I was in Nepal with a team of volunteer healthcare workers who provided basic medical services in remote villages. In the first village we visited, the volunteers set up in a modest two-room schoolhouse. Before long, there was a huge lineup of people—young and old—waiting to see the doctor. According to the doctor, many people in the region suffered from severe respiratory problems.
I walked around the village and talked to the locals through a translator. Most owned small plots of land, and their main crop was rice. One woman invited me to her home. She looked old and had a married daughter, but she was only in her mid-thirties. She told me that she was very upset with her daughter because her daughters husband had sent her back home. The mother-in-law did not like my daughter, she said. My daughter did not work hard enough. We had to pay to marry her off and now she is back at home with a baby. We are poor and cannot afford to feed my daughter and granddaughter.
As the mother spoke, the daughter stood there holding her baby and hanging her head. I dont think she was more than sixteen. She was a stunning-looking woman but with the saddest face. This young woman then took me to the fields and explained the planting of rice. I asked her what had really happened to her. She told me that her mother-in-law and her husband had beaten her regularly. They believed that her parents had not given them enough dowry and that they could have done better with another family. She bent down, picked a rice stump and blew the shell. Looking at me she said, I am a big burden on my parents, but I prefer to stay with them than with my in-laws. I wanted to embrace her and say, Do not worry, everything will be okay.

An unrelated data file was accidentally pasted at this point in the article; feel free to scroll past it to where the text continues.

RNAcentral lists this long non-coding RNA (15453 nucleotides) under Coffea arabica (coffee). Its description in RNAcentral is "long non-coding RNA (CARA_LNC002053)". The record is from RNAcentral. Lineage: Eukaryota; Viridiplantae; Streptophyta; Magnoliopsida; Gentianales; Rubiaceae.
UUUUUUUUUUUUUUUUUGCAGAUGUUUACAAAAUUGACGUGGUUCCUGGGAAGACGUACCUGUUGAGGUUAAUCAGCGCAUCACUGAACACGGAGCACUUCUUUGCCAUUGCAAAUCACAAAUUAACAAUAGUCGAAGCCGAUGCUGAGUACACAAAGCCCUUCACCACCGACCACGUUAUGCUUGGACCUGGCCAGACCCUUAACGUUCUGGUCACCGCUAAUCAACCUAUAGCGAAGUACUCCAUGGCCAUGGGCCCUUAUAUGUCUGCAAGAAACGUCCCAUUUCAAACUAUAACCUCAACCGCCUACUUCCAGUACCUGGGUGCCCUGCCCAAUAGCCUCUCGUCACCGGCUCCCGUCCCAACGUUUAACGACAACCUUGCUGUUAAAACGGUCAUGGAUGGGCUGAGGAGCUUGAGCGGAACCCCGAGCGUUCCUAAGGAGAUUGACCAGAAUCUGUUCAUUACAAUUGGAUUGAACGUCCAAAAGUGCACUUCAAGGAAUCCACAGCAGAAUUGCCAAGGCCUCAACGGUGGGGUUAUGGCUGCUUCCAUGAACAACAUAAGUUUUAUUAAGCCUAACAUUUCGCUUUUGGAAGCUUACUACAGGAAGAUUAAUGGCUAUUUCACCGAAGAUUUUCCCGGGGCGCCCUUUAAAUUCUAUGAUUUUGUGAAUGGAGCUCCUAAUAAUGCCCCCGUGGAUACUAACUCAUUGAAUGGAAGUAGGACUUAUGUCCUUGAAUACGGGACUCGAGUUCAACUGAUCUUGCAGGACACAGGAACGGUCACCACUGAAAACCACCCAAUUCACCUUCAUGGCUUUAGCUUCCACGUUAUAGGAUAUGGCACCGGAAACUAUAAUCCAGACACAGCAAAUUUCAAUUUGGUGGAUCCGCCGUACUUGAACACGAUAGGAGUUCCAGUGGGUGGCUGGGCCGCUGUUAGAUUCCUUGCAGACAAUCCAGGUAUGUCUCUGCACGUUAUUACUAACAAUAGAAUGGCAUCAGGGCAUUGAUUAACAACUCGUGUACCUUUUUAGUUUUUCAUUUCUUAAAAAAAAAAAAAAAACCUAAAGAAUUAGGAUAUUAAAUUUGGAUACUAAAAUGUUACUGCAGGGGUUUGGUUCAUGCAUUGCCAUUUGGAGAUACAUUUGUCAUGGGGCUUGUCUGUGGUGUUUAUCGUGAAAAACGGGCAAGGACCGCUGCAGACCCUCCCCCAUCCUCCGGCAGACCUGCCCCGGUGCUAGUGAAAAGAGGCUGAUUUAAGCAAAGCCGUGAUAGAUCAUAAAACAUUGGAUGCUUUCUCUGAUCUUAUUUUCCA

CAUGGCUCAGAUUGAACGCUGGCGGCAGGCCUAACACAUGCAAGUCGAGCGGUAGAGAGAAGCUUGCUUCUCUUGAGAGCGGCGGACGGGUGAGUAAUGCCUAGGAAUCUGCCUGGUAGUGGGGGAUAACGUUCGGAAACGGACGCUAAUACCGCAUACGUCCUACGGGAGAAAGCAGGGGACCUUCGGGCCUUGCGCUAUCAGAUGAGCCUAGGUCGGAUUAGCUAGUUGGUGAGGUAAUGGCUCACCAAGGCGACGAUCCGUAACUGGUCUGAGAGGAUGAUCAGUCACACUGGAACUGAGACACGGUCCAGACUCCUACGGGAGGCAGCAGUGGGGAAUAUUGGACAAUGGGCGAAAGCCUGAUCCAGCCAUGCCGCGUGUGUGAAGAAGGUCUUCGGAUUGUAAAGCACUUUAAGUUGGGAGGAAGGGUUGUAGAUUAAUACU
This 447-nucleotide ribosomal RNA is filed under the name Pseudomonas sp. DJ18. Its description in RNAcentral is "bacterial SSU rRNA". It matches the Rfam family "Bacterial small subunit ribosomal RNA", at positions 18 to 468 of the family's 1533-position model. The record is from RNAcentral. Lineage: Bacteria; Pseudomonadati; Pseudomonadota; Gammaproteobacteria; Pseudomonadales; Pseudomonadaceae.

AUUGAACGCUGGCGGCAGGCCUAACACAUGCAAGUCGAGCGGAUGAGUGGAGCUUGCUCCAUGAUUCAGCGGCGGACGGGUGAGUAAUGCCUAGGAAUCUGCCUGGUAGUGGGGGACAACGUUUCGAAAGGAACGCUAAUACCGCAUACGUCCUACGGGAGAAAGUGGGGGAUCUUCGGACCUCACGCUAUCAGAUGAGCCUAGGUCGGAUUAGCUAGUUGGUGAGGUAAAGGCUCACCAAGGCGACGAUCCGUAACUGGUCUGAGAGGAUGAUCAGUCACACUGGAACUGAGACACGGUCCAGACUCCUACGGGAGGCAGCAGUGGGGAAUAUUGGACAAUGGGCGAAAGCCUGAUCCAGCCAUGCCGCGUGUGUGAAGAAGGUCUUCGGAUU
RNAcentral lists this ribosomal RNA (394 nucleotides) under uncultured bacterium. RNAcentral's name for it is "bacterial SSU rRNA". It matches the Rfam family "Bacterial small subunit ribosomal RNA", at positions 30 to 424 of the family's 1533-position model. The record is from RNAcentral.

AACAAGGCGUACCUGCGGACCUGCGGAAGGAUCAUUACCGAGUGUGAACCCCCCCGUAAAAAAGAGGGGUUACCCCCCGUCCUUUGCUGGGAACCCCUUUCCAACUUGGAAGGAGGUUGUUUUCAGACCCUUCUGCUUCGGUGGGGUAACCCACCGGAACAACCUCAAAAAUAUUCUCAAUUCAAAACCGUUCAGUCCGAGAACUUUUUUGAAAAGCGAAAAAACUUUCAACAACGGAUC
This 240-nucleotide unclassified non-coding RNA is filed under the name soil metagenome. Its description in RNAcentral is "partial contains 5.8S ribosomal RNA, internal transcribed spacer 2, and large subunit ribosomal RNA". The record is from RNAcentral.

Even though this rice recipe is an Iranian one, I dedicate it to that young Nepalese woman. She was as sweet, if not sweeter, than this dish. This Iranian sweet rice dish is very festive.
Serves 4 to 6
Note: I like to reserve 2 Tbsp of the oil to sauté the rice in after the water has been absorbed and the rice is cooked.